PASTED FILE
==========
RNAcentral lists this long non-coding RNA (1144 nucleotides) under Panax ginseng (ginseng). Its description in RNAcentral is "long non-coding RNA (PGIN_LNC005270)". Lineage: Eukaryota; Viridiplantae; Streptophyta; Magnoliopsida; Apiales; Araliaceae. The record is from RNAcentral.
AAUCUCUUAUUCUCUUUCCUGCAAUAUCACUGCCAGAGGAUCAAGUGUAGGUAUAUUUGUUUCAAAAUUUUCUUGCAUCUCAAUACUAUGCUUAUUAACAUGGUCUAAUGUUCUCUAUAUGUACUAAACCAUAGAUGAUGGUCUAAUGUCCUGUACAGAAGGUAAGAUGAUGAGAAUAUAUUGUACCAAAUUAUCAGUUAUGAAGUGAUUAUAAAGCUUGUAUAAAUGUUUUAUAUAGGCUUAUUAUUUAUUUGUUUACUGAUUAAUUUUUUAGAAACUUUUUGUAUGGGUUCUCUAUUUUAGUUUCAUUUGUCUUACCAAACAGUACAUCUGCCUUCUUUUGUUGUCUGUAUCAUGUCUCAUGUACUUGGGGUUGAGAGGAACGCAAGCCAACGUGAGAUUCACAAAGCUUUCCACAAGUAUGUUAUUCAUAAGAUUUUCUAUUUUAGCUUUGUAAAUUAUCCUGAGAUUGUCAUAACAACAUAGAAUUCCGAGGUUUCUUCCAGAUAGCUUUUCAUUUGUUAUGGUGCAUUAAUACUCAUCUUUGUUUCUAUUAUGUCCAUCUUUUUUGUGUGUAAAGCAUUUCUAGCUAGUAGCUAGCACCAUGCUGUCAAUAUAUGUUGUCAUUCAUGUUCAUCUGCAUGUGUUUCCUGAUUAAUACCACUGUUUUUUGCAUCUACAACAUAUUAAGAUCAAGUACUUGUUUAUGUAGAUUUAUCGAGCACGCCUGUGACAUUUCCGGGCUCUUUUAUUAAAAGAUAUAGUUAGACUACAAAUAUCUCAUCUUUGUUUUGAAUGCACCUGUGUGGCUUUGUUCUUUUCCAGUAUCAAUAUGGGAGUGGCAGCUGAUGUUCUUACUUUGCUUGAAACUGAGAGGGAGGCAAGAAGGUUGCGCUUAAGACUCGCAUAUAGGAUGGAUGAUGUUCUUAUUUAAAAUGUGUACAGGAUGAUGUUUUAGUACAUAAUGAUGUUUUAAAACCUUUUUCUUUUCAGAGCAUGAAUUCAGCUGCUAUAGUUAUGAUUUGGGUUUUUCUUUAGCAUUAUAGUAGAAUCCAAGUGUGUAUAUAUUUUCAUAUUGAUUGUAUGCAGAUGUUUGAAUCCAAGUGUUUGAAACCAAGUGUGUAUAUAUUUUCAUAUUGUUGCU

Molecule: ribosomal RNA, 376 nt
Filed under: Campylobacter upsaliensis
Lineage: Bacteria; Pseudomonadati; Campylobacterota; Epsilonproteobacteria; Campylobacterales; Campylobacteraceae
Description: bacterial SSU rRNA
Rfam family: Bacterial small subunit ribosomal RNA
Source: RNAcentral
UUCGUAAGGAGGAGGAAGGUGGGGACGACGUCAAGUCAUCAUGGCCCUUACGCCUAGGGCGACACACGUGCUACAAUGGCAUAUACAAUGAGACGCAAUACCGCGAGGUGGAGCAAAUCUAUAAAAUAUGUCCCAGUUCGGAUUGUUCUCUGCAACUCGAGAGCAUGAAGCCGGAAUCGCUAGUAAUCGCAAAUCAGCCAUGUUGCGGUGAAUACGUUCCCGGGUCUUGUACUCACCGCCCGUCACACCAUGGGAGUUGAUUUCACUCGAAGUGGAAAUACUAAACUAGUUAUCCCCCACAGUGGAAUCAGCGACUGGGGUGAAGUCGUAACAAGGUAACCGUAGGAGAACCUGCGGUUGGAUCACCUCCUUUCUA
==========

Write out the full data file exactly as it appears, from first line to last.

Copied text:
RNAcentral lists this long non-coding RNA (1144 nucleotides) under Panax ginseng (ginseng). Its description in RNAcentral is "long non-coding RNA (PGIN_LNC005270)". Lineage: Eukaryota; Viridiplantae; Streptophyta; Magnoliopsida; Apiales; Araliaceae. The record is from RNAcentral.
AAUCUCUUAUUCUCUUUCCUGCAAUAUCACUGCCAGAGGAUCAAGUGUAGGUAUAUUUGUUUCAAAAUUUUCUUGCAUCUCAAUACUAUGCUUAUUAACAUGGUCUAAUGUUCUCUAUAUGUACUAAACCAUAGAUGAUGGUCUAAUGUCCUGUACAGAAGGUAAGAUGAUGAGAAUAUAUUGUACCAAAUUAUCAGUUAUGAAGUGAUUAUAAAGCUUGUAUAAAUGUUUUAUAUAGGCUUAUUAUUUAUUUGUUUACUGAUUAAUUUUUUAGAAACUUUUUGUAUGGGUUCUCUAUUUUAGUUUCAUUUGUCUUACCAAACAGUACAUCUGCCUUCUUUUGUUGUCUGUAUCAUGUCUCAUGUACUUGGGGUUGAGAGGAACGCAAGCCAACGUGAGAUUCACAAAGCUUUCCACAAGUAUGUUAUUCAUAAGAUUUUCUAUUUUAGCUUUGUAAAUUAUCCUGAGAUUGUCAUAACAACAUAGAAUUCCGAGGUUUCUUCCAGAUAGCUUUUCAUUUGUUAUGGUGCAUUAAUACUCAUCUUUGUUUCUAUUAUGUCCAUCUUUUUUGUGUGUAAAGCAUUUCUAGCUAGUAGCUAGCACCAUGCUGUCAAUAUAUGUUGUCAUUCAUGUUCAUCUGCAUGUGUUUCCUGAUUAAUACCACUGUUUUUUGCAUCUACAACAUAUUAAGAUCAAGUACUUGUUUAUGUAGAUUUAUCGAGCACGCCUGUGACAUUUCCGGGCUCUUUUAUUAAAAGAUAUAGUUAGACUACAAAUAUCUCAUCUUUGUUUUGAAUGCACCUGUGUGGCUUUGUUCUUUUCCAGUAUCAAUAUGGGAGUGGCAGCUGAUGUUCUUACUUUGCUUGAAACUGAGAGGGAGGCAAGAAGGUUGCGCUUAAGACUCGCAUAUAGGAUGGAUGAUGUUCUUAUUUAAAAUGUGUACAGGAUGAUGUUUUAGUACAUAAUGAUGUUUUAAAACCUUUUUCUUUUCAGAGCAUGAAUUCAGCUGCUAUAGUUAUGAUUUGGGUUUUUCUUUAGCAUUAUAGUAGAAUCCAAGUGUGUAUAUAUUUUCAUAUUGAUUGUAUGCAGAUGUUUGAAUCCAAGUGUUUGAAACCAAGUGUGUAUAUAUUUUCAUAUUGUUGCU

Molecule: ribosomal RNA, 376 nt
Filed under: Campylobacter upsaliensis
Lineage: Bacteria; Pseudomonadati; Campylobacterota; Epsilonproteobacteria; Campylobacterales; Campylobacteraceae
Description: bacterial SSU rRNA
Rfam family: Bacterial small subunit ribosomal RNA
Source: RNAcentral
UUCGUAAGGAGGAGGAAGGUGGGGACGACGUCAAGUCAUCAUGGCCCUUACGCCUAGGGCGACACACGUGCUACAAUGGCAUAUACAAUGAGACGCAAUACCGCGAGGUGGAGCAAAUCUAUAAAAUAUGUCCCAGUUCGGAUUGUUCUCUGCAACUCGAGAGCAUGAAGCCGGAAUCGCUAGUAAUCGCAAAUCAGCCAUGUUGCGGUGAAUACGUUCCCGGGUCUUGUACUCACCGCCCGUCACACCAUGGGAGUUGAUUUCACUCGAAGUGGAAAUACUAAACUAGUUAUCCCCCACAGUGGAAUCAGCGACUGGGGUGAAGUCGUAACAAGGUAACCGUAGGAGAACCUGCGGUUGGAUCACCUCCUUUCUA